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The US dollar has risen about 4% over the past three months.
Volatility is on the rise as Trump breaks with diplomatic norms.
One analyst called the dollar “collateral damage” to Trump’s foreign policy approach.

The US dollar has rallied about 4% in recent months, and investor sentiment for the currency is the strongest in years. But some analysts say that’s all about to change as President Donald Trump ratchets up tensions between the US and its closest allies.

Mark McCormick, head of North American FX strategy at TD Securities, said in a research note out Monday the rally looks likely to roll over amid the return of the “Trump discount.”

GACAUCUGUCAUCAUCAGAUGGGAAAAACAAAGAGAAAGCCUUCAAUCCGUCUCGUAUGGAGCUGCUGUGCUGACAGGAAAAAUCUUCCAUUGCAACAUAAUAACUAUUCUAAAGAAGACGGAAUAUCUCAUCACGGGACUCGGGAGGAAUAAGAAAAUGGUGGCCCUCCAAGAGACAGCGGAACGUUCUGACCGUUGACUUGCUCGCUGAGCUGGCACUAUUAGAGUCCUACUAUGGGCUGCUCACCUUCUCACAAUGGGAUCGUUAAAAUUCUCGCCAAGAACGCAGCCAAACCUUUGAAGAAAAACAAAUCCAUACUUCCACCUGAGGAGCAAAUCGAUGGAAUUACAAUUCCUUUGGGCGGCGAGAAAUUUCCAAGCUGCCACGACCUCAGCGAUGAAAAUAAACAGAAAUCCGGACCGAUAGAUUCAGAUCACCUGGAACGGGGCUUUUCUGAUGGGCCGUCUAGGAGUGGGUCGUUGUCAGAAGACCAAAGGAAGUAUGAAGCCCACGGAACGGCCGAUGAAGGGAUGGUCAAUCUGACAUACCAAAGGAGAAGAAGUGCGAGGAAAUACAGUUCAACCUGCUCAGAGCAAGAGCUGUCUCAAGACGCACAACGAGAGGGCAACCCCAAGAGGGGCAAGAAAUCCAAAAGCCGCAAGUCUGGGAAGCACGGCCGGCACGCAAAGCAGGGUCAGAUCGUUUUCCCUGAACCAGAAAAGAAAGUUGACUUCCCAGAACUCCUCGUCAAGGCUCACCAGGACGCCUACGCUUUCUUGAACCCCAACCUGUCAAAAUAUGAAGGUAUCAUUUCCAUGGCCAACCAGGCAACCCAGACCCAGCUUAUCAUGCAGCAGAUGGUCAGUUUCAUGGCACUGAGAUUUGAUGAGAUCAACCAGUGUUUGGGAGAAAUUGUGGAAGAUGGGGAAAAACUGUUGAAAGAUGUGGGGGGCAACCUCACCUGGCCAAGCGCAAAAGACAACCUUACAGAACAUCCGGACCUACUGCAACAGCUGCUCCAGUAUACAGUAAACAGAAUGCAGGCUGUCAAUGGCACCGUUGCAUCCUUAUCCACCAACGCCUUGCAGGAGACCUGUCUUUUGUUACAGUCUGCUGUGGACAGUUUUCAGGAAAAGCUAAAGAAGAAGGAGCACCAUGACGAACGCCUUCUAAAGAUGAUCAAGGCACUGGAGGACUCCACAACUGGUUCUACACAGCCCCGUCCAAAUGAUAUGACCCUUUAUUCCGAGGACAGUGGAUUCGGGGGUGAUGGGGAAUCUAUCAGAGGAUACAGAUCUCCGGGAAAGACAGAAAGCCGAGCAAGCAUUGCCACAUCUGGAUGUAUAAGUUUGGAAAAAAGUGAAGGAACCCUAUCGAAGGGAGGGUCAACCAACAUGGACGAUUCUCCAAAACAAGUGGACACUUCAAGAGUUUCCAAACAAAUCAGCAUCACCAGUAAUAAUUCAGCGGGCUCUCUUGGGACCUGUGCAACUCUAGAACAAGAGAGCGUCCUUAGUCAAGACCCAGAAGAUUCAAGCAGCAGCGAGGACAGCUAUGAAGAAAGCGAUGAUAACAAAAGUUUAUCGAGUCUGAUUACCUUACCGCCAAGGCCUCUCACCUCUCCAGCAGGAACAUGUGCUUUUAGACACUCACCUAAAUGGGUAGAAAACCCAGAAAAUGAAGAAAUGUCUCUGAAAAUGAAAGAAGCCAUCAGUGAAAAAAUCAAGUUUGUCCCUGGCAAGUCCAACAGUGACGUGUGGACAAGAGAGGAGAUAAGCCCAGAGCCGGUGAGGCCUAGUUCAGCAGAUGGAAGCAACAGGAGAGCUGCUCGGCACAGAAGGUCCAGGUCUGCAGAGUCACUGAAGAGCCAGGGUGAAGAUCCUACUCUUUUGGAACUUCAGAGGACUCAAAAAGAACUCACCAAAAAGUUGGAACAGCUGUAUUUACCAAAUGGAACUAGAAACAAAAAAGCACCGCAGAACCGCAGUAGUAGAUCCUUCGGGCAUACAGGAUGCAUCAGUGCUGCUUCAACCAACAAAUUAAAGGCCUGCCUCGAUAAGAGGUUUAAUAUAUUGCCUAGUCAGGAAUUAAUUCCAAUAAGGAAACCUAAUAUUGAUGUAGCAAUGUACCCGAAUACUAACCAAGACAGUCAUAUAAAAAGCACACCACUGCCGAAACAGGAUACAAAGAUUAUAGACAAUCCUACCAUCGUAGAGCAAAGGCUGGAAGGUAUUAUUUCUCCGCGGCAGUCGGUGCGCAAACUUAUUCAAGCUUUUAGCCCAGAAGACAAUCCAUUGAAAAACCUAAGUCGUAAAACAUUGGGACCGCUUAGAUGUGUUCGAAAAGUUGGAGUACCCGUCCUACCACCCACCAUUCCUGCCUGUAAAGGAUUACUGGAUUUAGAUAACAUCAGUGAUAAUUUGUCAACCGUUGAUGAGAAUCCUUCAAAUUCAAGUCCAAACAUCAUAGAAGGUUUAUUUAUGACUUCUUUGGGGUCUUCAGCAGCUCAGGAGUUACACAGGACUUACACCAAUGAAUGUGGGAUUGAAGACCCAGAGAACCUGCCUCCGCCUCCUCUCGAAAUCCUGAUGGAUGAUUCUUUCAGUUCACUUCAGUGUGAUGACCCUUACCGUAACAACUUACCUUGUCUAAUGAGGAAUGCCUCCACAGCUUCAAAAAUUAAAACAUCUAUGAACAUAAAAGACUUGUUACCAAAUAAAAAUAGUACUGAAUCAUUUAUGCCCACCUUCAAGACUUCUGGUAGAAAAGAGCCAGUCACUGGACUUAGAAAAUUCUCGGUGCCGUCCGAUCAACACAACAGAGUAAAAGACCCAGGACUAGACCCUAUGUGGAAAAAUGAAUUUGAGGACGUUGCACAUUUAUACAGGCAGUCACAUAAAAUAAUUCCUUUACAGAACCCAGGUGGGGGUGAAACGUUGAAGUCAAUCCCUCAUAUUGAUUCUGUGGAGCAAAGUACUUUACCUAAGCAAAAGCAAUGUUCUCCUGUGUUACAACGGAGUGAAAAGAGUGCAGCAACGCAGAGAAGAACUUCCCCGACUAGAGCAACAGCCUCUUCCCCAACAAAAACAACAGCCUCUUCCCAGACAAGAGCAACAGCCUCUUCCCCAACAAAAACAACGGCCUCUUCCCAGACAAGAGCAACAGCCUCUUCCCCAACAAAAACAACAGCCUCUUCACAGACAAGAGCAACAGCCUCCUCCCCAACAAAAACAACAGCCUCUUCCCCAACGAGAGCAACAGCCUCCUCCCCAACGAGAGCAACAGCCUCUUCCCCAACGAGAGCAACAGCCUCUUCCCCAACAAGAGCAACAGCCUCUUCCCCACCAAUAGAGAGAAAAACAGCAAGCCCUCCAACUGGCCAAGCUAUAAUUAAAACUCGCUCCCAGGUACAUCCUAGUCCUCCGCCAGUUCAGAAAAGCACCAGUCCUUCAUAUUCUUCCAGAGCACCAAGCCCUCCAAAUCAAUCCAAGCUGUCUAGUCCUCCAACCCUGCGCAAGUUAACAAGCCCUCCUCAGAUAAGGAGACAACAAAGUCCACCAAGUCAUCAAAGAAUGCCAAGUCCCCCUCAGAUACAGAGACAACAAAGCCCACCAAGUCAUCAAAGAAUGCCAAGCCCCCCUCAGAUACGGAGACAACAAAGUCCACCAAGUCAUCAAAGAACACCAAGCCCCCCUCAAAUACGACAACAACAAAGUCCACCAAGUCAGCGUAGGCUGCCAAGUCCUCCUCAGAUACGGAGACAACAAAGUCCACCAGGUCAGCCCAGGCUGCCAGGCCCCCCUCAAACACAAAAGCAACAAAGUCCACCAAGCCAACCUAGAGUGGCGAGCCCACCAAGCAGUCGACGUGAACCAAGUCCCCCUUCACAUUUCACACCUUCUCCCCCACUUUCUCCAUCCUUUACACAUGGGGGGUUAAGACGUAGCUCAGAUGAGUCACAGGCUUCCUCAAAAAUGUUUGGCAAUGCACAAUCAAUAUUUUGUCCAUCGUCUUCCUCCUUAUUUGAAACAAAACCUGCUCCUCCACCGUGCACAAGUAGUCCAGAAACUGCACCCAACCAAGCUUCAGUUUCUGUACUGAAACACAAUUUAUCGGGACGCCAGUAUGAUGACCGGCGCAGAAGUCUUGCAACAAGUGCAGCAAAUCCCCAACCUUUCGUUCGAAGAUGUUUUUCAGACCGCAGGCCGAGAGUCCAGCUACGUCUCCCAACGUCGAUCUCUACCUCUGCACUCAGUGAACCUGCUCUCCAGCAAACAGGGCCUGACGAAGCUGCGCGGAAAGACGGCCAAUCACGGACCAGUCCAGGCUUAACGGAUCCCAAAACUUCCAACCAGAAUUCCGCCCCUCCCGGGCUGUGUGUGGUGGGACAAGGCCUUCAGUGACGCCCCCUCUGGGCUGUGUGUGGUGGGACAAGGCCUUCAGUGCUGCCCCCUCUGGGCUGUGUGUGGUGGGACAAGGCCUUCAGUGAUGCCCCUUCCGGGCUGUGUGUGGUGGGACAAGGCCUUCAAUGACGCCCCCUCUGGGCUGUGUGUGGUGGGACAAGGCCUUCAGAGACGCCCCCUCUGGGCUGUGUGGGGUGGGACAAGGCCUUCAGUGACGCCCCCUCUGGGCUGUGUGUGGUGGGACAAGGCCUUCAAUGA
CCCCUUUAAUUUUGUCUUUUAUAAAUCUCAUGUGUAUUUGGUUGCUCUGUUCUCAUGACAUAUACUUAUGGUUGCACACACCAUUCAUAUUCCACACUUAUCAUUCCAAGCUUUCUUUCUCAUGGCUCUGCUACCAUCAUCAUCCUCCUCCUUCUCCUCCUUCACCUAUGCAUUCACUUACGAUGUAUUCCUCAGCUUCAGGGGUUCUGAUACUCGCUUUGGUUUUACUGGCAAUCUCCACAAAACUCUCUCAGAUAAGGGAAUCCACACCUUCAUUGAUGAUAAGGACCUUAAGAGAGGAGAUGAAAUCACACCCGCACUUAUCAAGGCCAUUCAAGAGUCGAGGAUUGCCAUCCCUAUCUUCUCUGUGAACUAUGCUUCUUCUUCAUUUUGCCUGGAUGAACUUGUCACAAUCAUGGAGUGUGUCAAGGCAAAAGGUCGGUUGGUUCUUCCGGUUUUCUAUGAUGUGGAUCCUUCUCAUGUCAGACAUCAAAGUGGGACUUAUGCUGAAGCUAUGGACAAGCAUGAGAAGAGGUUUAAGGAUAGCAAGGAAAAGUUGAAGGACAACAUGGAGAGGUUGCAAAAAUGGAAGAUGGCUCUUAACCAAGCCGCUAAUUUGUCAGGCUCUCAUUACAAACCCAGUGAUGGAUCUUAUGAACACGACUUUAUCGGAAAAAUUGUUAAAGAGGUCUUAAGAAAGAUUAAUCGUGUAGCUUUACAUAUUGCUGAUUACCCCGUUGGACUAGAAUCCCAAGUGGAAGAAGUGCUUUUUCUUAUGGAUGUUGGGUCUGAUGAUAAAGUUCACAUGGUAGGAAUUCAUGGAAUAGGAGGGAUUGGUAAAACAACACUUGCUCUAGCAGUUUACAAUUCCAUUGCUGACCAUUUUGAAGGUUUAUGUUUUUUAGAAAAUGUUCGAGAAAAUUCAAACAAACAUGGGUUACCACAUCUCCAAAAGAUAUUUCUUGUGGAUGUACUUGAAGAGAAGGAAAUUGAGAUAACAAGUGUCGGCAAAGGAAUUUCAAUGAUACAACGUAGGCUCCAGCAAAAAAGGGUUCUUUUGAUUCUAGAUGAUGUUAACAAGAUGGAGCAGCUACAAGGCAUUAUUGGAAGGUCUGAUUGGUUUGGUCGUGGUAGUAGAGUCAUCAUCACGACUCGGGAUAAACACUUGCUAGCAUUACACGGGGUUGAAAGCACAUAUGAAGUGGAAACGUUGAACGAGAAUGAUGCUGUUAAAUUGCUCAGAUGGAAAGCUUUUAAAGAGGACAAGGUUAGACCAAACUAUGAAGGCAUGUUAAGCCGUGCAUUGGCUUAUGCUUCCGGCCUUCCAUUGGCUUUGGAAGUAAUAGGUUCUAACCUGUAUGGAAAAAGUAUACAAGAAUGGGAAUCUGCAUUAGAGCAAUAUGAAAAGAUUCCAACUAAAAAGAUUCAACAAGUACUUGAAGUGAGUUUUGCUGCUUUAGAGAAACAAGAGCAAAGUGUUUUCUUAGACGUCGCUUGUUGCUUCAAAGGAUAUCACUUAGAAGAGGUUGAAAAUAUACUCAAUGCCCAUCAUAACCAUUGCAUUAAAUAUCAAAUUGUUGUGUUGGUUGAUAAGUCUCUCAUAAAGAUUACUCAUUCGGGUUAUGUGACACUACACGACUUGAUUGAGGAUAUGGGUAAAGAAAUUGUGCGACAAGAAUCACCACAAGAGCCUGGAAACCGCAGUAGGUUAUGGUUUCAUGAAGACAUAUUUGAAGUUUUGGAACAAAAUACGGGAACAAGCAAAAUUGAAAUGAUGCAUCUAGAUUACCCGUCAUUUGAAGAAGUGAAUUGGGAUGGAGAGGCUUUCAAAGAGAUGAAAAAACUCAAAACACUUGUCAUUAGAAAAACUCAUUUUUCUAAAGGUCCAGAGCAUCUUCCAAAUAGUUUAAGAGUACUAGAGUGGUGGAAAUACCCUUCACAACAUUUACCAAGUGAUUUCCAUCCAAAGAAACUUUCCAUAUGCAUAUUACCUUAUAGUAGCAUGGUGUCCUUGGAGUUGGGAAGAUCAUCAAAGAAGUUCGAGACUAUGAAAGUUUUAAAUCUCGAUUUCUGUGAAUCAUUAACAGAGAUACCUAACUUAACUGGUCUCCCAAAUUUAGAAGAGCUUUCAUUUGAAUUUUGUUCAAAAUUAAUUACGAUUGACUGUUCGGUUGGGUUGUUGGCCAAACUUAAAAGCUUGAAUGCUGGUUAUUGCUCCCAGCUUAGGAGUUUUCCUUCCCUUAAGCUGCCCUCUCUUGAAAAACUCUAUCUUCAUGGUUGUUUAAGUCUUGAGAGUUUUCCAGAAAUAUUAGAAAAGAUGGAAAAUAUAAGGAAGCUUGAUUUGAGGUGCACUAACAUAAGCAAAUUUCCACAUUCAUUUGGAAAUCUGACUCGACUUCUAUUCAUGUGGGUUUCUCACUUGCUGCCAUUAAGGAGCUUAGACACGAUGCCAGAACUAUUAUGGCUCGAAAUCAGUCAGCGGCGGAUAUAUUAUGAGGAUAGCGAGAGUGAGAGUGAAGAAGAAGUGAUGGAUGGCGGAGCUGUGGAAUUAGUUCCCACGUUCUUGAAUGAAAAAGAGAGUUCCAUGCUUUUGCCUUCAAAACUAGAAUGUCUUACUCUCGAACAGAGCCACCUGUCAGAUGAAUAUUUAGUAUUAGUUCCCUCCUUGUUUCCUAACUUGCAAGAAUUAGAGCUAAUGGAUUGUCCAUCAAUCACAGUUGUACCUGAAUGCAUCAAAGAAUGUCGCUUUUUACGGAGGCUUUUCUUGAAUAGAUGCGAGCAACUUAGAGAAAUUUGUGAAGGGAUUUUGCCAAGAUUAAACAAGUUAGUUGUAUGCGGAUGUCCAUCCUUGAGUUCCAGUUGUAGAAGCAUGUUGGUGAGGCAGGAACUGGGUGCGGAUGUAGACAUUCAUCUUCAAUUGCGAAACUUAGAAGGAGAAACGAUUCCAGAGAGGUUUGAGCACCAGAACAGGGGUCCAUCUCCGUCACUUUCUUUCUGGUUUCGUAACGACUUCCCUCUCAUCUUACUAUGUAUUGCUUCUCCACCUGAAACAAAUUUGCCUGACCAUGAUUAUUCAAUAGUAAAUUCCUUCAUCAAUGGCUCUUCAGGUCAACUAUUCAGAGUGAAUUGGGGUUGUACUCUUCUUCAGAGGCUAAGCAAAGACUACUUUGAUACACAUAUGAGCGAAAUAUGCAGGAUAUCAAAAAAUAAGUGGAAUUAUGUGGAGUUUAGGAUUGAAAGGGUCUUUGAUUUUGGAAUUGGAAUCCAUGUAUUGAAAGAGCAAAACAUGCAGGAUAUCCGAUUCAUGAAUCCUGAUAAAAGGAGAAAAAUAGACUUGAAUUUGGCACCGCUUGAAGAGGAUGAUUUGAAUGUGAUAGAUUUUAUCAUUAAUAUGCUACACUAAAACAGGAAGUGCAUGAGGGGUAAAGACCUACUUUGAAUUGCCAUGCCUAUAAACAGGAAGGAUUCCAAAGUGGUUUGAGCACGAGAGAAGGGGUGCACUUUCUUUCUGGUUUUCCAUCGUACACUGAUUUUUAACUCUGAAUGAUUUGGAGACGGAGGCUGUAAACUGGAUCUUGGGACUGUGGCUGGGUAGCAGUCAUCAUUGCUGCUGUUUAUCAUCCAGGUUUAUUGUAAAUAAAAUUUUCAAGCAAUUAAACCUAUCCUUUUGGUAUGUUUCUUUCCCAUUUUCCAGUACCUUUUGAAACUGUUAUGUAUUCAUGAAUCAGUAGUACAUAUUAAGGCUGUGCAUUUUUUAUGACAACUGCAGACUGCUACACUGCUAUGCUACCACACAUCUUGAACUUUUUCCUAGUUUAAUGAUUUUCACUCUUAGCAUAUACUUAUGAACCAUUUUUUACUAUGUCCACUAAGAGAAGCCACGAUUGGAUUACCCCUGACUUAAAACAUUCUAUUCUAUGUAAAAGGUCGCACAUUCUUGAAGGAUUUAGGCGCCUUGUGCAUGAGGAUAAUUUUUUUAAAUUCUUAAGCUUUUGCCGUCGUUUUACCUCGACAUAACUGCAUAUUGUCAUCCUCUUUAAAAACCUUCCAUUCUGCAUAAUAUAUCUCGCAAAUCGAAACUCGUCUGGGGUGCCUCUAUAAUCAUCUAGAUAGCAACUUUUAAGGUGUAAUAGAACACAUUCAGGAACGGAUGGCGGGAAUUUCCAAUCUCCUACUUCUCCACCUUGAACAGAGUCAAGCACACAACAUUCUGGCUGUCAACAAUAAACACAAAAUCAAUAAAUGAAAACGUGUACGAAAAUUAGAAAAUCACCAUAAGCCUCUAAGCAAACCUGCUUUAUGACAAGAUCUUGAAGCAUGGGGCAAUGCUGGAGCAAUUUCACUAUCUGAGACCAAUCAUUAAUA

“The dollar is merely collateral damage to Trump’s stressing of the global orthodoxy,” McCormick said. “Geopolitical uncertainty is here to stay. The consequence is the market will be plagued by more volatility and bigger drawdowns, especially in the highbeta space.”

Trump over the weekend refused to sign a joint statement with the US’s closest allies following the Group of Seven summit in Quebec, which he left a day early to meet with North Korean dictator Kim Jong Un. And it was just the latest in a string of breaks from diplomatic norms that the president has led since taking office.

McCormick thinks this approach could create a “feedback loop” of sorts. The US needs an injection of foreign capital to fund its twin deficits at a time when assets might start to build a larger risk premium, he said.

The Federal Reserve on Wednesday is expected to raise its benchmark interest rate, which generally pushes the currency higher, but the effect could be softer than usual amid geopolitical tensions.

“For once, the Fed is more likely a sideshow than a primary driver in the FX markets this week,” McCormick said.

On the other hand, some …read more

Source:: Business Insider


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